NEW YORK -- Kobe Bryant finished the night with a black knit cap pulled snug over his head, a black jacket buttoned up his chest, and black pants and black shoes covering his lower half as he made his way out of the Mecca of Basketball to disappear into the cold New York night.
The outfit looked like something a Broadway stagehand might wear, totally nondescript and inconspicuous to allow the worker to do his job without fanfare and without stealing any eyes from the show.
Bryant's postgame attire might not have suggested it, but he was the star once again Friday night at Madison Square Garden.
He finished with more points (33) and rebounds (10) than any other player, and he did it in only three quarters, watching the final period of the Los Angeles Lakers' 113-96 rout of the New York Knicks comfortably from the bench.
Maybe it wasn't as spectacular as his 61-point outing at the Garden two seasons ago when he set the building record for most points by an opponent, passing Michael Jordan's 55, but it was most definitely a showman putting on a show.
It's not the Knicks that get it out of him. They haven't made the playoffs in seven years and came into Friday having lost 10 of their previous 15 games since the Lakers last beat them in January. It's not the celebrities in attendance, either. Staples Center is always filled with A-listers, and out of the two biggest names sitting courtside, Bryant already had filmed a documentary starring himself with one (Spike Lee) and can be seen on a 60-foot billboard with the other (Kanye West) just a block from the arena in NYC.
So what is it?
"More than anything, it's just the history of the building itself," Bryant said. "I think that's something that kind of has a magical feel to it."
If his 61-point game was like a winning role for best actor in a full-game performance, Bryant's 19-point first quarter was worthy of best supporting consideration.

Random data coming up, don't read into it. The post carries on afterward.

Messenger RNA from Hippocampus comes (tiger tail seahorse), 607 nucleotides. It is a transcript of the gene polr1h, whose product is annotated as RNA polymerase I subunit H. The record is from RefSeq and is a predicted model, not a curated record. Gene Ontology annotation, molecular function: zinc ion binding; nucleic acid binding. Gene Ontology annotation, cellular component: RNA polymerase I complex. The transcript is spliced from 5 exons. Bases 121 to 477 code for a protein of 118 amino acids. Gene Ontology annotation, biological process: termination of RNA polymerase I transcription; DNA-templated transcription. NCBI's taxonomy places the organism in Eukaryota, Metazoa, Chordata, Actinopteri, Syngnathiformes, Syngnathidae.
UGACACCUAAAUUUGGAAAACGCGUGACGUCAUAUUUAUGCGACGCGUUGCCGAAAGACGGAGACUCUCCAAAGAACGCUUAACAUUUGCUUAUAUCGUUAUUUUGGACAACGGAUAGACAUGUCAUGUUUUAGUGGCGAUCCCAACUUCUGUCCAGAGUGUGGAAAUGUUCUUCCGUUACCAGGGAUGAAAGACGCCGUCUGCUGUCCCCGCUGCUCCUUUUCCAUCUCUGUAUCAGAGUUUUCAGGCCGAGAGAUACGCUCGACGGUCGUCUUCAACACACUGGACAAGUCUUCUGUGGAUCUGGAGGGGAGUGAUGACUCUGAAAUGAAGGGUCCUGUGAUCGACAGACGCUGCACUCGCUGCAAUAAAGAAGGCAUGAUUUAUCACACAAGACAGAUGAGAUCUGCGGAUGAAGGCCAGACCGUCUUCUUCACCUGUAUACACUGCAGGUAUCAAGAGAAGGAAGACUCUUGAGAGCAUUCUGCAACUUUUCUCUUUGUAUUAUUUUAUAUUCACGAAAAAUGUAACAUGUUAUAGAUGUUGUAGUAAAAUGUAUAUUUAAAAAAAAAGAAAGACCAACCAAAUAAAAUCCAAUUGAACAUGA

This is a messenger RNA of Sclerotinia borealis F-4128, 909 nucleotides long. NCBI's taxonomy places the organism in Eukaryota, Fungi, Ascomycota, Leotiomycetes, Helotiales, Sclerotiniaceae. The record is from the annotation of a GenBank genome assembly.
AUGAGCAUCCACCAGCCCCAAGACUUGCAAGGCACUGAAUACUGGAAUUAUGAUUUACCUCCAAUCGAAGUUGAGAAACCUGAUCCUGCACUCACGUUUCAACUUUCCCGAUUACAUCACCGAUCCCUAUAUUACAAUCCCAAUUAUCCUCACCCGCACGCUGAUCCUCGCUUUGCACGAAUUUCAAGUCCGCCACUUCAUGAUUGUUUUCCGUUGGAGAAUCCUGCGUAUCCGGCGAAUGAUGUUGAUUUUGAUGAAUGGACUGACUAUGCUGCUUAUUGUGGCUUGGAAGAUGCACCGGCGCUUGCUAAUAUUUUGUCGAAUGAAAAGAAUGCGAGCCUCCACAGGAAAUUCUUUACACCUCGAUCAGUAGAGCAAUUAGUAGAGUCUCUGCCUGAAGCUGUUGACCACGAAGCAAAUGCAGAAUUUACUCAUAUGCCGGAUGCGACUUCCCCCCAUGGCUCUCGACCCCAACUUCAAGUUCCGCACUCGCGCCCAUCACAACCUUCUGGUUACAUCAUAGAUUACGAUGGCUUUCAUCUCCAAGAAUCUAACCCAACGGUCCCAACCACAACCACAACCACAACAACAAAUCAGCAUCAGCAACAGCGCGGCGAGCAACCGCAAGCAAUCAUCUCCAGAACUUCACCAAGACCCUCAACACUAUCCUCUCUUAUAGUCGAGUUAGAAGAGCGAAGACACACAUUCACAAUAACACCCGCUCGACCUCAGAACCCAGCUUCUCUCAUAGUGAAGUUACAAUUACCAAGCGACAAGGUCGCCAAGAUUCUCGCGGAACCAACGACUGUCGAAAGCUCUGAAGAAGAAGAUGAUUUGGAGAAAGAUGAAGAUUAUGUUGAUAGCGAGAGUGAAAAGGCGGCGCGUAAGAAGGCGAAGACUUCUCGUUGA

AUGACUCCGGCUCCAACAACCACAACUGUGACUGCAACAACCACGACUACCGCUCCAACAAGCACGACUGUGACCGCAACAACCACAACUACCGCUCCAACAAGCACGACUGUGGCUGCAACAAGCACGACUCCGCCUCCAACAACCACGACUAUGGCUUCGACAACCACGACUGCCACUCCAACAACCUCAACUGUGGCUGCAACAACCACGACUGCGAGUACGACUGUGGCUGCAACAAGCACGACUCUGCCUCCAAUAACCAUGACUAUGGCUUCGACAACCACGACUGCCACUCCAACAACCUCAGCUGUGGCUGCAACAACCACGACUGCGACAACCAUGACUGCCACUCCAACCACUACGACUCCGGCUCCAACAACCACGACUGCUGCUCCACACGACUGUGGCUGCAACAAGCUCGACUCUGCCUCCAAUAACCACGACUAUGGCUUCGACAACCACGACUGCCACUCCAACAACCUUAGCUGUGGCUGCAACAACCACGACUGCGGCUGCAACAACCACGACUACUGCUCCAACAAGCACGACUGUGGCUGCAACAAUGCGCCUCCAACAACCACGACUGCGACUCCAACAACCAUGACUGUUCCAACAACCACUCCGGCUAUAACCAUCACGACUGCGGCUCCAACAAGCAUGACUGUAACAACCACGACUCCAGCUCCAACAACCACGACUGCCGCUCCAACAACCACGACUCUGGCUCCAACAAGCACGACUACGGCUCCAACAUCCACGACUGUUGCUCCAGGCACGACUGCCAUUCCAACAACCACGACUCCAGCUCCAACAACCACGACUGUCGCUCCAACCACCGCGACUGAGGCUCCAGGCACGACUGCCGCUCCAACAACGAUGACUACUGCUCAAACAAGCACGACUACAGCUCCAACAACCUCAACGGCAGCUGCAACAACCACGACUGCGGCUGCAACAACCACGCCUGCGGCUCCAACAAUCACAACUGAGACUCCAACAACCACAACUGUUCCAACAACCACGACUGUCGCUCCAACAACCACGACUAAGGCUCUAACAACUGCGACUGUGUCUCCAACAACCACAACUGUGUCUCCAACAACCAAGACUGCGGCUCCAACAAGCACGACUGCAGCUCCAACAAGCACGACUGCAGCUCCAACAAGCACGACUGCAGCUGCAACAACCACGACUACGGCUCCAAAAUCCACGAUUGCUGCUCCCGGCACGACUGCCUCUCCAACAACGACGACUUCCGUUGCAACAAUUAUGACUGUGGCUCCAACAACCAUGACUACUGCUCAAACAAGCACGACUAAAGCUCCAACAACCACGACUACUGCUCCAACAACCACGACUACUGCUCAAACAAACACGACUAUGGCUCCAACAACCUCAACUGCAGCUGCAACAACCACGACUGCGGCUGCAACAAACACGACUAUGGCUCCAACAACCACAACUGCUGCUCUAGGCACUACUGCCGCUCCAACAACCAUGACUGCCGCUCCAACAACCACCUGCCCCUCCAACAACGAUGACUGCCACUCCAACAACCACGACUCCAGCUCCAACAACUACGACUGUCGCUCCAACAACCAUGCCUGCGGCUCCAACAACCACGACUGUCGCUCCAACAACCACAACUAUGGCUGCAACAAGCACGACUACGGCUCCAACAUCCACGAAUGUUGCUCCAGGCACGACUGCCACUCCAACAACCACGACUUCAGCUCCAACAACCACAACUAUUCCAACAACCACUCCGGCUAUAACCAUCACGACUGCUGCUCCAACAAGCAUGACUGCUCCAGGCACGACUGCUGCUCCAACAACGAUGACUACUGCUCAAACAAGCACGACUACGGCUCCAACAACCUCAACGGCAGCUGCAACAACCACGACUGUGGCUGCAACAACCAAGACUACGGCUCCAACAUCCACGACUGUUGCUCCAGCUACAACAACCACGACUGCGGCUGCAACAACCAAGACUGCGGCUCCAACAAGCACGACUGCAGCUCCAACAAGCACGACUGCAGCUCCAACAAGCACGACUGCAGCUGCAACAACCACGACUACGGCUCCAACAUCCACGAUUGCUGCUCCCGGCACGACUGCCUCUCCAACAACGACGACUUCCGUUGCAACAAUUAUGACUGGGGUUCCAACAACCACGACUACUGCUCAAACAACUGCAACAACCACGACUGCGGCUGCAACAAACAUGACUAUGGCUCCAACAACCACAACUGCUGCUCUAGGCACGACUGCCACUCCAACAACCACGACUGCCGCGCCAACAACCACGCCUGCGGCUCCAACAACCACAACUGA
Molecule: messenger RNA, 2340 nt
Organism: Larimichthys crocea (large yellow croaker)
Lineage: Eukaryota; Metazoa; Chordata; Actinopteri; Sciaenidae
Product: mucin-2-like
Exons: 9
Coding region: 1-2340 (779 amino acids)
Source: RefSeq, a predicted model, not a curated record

He made his first six shots -- two free throws, three 3-pointers and another jumper -- and finished the quarter 7-for-9 from the field as he beat the buzzer with a turnaround shot to put L.A. up 30-28.
The only thing he didn't include from his offensive repertoire in the first-quarter flurry was a dunk, and really, when you have Shannon Brown on your team, you might as well leave the dunking to him anyway.
Even Pau Gasol, who bristles when Bryant takes a disproportionate role in the offense, couldn't help but marvel at Bryant's display.
"When he gets it going like that, you have to let it ride," Gasol said. "If he kept going like that all game long, he'd score over 100."
It was like shooting fish in a barrel for Bryant. First he had rookie Landry Fields guarding him. If Fields' inexperience wasn't enough of a disadvantage, his upbringing idolizing Bryant while playing at Los Alamitos High School in Southern California certainly was. He was wearing Bryant's signature sneakers while trying to defend him. There was no chance.
Then it was Danilo Gallinari's chance. The only challenge he presented Bryant was to see whether the Lakers guard remembered how to trash-talk in Italian. "I was asking him what the hell is he guarding me for, he doesn't want to be over here," Bryant said.
Raymond Felton next took the assignment. Even though Felton has been having an All-Star-type season, he's 6-foot-1. Bryant is 6-6 and just shot over him.
"This is a guy that loves to play in the big sights," Lakers coach Phil Jackson said. "He likes the audience, he likes the attention and he rises to the occasion."
Bryant claimed after the game that it wasn't his plan to take over offensively but when the Knicks took an early eight-point lead, he wanted to take their crowd out of it.
"I know if I knock down two or three shots in a row, everybody all of the sudden is thinking it's going to be one of those nights and it takes momentum away from them," Bryant said. "So that's all I try to do."
Jackson joked that Bryant just wanted to make amends for his two early turnovers.
"I think he was frustrated that he made mistakes with the basketball," Jackson said. "And he said, 'What the heck, I've been passing the ball and it's being intercepted. ... So I better shoot the ball here and carry my end of the stick probably before Phil is going to take me out and put me on the bench.'"
But Brown, who admitted to being inspired by Bryant's focus to offer up a special performance of his own with a pair of jaw-dropping dunks on the Garden stage, told a different story.
"Kob' is one of those guys who tries to keep it real straight faced, but he definitely had something going on in the back of his brain that he's not going to tell nobody about," Brown said. "But then, when he starts doing his thing, you're like, 'Yup, I figured that.'"
Who knows how many more nights like this one he has left at the Garden. He's under contract with the Lakers for three more years after this one, but next season could be shortened, if not lost completely, if there's a lockout. Plus, there's always a chance his deteriorating right knee could cause him to miss a date at MSG down the line, or there could be a freak suspension like the one that caused him to miss the game in 2007.
Bryant didn't top 50 or set any records Friday, but he proved his point.
He's still the best show out there.
Dave McMenamin covers the Lakers for ESPNLosAngeles.com.